He was preceded in death by his parents, Collette Justen in 1978 and Robert Justen in 1988, and aunts, Denise Thompson, Doris Rosing; and uncle, Dennis Justen.
Due to social distancing requirements in place with the COVID-19 pandemic, a drive through viewing for the McHenry community to be able to pay their final respects to Mark will be held at Justen Funeral Home & Crematory on Monday, April 6, 2020 from noon until 6 p.m. All people paying their respects are asked to remain in their cars at all times while in line at the funeral home and follow signage in the funeral home parking lot.
A private funeral Mass will be held at 11:00 a.m. Tuesday at The Church of Holy Apostles, in McHenry. While this service is limited to Mark’s immediate family, live streaming will be available with the link provided on the funeral home website, at www.justenfh.com/mark. Burial will be in St. Mary’s Cemetery, McHenry.
Lastly, the following are lessons his sons will take forward from their dad’s life:
Be generous. Mark would frequently find ways to give back to community, and often in ways few would notice. He would periodically donate sand to the local beach in Bull Shoals, Arkansas, where he owned a second home. Those who know Mark well know he did not do this because he was one to lay out on the beach for hours. He was far too restless to enjoy even a single long day at the beach. Rather, he donated sand because he saw an opportunity to improve the community, and provide something that people would enjoy. He did not hang billboards around it, or post about it online. He did it, and did it quietly, simply because he could.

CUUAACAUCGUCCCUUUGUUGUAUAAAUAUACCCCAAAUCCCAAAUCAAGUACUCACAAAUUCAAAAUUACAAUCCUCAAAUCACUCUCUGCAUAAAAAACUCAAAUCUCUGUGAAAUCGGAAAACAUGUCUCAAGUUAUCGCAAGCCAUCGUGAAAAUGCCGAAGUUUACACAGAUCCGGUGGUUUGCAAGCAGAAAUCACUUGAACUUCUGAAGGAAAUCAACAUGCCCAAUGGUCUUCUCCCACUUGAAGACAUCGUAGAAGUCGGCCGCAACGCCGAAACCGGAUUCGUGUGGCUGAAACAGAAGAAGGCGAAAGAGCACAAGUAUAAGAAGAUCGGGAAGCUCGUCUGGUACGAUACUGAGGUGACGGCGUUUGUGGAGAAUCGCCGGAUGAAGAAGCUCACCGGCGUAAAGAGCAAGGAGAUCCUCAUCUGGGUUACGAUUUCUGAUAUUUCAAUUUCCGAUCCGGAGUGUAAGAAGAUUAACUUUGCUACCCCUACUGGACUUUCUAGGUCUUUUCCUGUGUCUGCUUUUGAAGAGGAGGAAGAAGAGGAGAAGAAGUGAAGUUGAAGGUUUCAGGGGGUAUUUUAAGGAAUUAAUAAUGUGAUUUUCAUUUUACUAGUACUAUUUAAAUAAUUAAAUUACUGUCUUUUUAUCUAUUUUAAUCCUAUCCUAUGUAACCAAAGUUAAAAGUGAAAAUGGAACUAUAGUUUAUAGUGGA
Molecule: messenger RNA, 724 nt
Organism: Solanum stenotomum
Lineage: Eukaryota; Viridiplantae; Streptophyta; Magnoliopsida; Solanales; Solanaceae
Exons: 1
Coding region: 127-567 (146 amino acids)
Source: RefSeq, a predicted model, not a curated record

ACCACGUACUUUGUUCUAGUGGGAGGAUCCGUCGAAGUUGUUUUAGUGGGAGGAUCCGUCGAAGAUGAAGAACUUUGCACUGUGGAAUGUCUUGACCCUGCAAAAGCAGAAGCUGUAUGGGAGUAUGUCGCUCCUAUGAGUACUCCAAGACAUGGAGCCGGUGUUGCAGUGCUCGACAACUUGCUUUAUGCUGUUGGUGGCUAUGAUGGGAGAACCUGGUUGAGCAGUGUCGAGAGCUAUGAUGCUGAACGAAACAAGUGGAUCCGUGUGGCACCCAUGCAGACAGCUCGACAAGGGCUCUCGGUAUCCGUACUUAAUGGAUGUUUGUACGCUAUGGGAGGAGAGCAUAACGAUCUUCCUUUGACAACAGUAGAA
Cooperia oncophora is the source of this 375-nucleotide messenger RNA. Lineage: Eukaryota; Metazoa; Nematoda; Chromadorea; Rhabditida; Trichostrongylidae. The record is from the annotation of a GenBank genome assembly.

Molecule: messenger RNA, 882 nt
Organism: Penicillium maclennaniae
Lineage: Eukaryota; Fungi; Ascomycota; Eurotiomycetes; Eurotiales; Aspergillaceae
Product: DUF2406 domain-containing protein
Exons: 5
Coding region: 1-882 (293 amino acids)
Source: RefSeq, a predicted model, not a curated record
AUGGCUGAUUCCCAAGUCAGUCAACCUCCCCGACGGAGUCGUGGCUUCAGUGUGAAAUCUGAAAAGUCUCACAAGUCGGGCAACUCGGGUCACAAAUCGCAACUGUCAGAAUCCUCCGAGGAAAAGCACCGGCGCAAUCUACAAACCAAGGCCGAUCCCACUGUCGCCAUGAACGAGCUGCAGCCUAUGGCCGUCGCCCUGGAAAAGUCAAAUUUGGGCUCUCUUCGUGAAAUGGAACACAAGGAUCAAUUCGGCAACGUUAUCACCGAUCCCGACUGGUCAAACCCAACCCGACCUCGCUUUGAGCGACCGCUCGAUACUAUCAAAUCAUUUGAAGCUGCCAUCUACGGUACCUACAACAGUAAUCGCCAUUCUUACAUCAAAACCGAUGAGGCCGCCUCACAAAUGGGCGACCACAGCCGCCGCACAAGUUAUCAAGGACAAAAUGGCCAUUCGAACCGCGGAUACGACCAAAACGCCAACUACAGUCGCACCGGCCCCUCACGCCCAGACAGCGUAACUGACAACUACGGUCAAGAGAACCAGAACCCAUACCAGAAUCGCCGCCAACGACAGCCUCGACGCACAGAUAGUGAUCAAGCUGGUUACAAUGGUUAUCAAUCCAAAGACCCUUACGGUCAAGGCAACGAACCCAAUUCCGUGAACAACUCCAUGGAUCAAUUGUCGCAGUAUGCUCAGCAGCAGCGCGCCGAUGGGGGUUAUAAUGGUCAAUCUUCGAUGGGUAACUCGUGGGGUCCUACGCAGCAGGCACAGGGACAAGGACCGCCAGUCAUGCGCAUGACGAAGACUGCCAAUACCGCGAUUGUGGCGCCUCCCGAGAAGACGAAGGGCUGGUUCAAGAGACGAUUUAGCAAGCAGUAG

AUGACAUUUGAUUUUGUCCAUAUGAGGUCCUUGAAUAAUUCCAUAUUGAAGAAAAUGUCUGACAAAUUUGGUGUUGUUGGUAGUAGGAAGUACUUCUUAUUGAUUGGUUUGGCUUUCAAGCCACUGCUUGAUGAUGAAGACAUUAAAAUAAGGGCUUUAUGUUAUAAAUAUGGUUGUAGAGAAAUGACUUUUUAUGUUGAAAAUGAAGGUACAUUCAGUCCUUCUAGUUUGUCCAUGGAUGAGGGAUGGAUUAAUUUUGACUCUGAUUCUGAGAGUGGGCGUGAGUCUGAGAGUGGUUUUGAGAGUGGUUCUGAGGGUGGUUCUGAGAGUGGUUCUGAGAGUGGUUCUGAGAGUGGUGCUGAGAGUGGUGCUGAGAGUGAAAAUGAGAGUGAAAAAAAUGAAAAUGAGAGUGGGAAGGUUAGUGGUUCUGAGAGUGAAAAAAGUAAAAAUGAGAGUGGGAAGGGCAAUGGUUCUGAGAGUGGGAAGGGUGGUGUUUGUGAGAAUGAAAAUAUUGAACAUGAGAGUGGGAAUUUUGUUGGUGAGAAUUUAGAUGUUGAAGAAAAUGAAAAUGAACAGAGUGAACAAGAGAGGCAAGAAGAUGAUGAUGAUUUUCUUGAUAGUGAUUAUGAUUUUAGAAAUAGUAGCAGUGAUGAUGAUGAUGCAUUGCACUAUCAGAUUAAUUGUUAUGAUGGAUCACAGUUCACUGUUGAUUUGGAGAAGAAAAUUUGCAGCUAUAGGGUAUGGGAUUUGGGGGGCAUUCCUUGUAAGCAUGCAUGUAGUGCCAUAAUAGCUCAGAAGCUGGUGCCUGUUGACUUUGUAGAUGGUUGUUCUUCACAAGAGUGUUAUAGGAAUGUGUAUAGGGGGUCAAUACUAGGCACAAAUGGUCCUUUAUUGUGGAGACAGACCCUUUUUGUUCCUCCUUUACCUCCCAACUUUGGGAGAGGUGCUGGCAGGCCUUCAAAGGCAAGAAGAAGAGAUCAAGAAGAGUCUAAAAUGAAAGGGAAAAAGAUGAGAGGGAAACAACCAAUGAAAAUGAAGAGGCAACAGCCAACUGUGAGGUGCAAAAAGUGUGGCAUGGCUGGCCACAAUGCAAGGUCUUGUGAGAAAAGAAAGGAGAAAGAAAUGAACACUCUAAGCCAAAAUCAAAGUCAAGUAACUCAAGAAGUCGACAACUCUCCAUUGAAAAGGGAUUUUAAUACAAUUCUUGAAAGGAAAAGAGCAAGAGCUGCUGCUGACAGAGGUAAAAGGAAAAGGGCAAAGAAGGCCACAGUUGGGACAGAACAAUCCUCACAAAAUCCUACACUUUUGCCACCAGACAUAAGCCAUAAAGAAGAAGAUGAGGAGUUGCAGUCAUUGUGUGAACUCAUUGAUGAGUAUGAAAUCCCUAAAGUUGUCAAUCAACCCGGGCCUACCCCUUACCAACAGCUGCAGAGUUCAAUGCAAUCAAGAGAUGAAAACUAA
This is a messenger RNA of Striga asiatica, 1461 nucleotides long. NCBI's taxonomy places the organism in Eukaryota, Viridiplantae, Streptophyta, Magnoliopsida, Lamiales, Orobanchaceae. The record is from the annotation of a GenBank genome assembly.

Show up for people. While Mark often operated on his own time zone, he knew how and when to show up for people. During moments of crisis, national or personal, he found ways to reach out and care for those who needed him. When his friends or family would have loved ones pass away, he would move mountains to help them. It could be making sure they had the help they needed to plan a memorial, or it could be quietly calling a third party he barely knew, discretely alerting them to check in on their mutual friend during a time of need. No task was too big or too small.
Plan for tomorrow, but enjoy today. In an unusual role reversal, Mark would sometimes grow frustrated with his sons for too much focusing on saving for the future. He wanted them to be responsible, for certain, but he also wanted them to enjoy life. Have that extra dinner with friends. Find ways to show people that you appreciate them today. Most of all, celebrate wherever possible because life is short.
Live bold. Perhaps no man in the city of McHenry enjoyed eggs as much as Mark Justen. He was a stalwart at most breakfast cafes and diners in McHenry. Mark frequented these establishments almost every morning for “an egg”. He enjoyed the fellowship as much as the food. These breakfasts allowed a place and time for him to connect to his community, learn new things, and share his many opinions. His presence in these establishments and in his community in general can be distilled down to a single phrase. What you share with the world is what it keeps of you. He was unafraid to let his friends and family know just how fiercely he loved them. Mark shared a lot with the world, and because of that, it will keep so much of him.
Memorials in Mark’s memory would be greatly appreciated to the Mark Justen Tribute Fund at www.justenfh.com. This fund will benefit local churches experiencing financial hardship during the pandemic, and will allow them to continue programs that benefit the community. For further information, please contact the funeral home at 815-385-2400, or visit www.justenfh.com.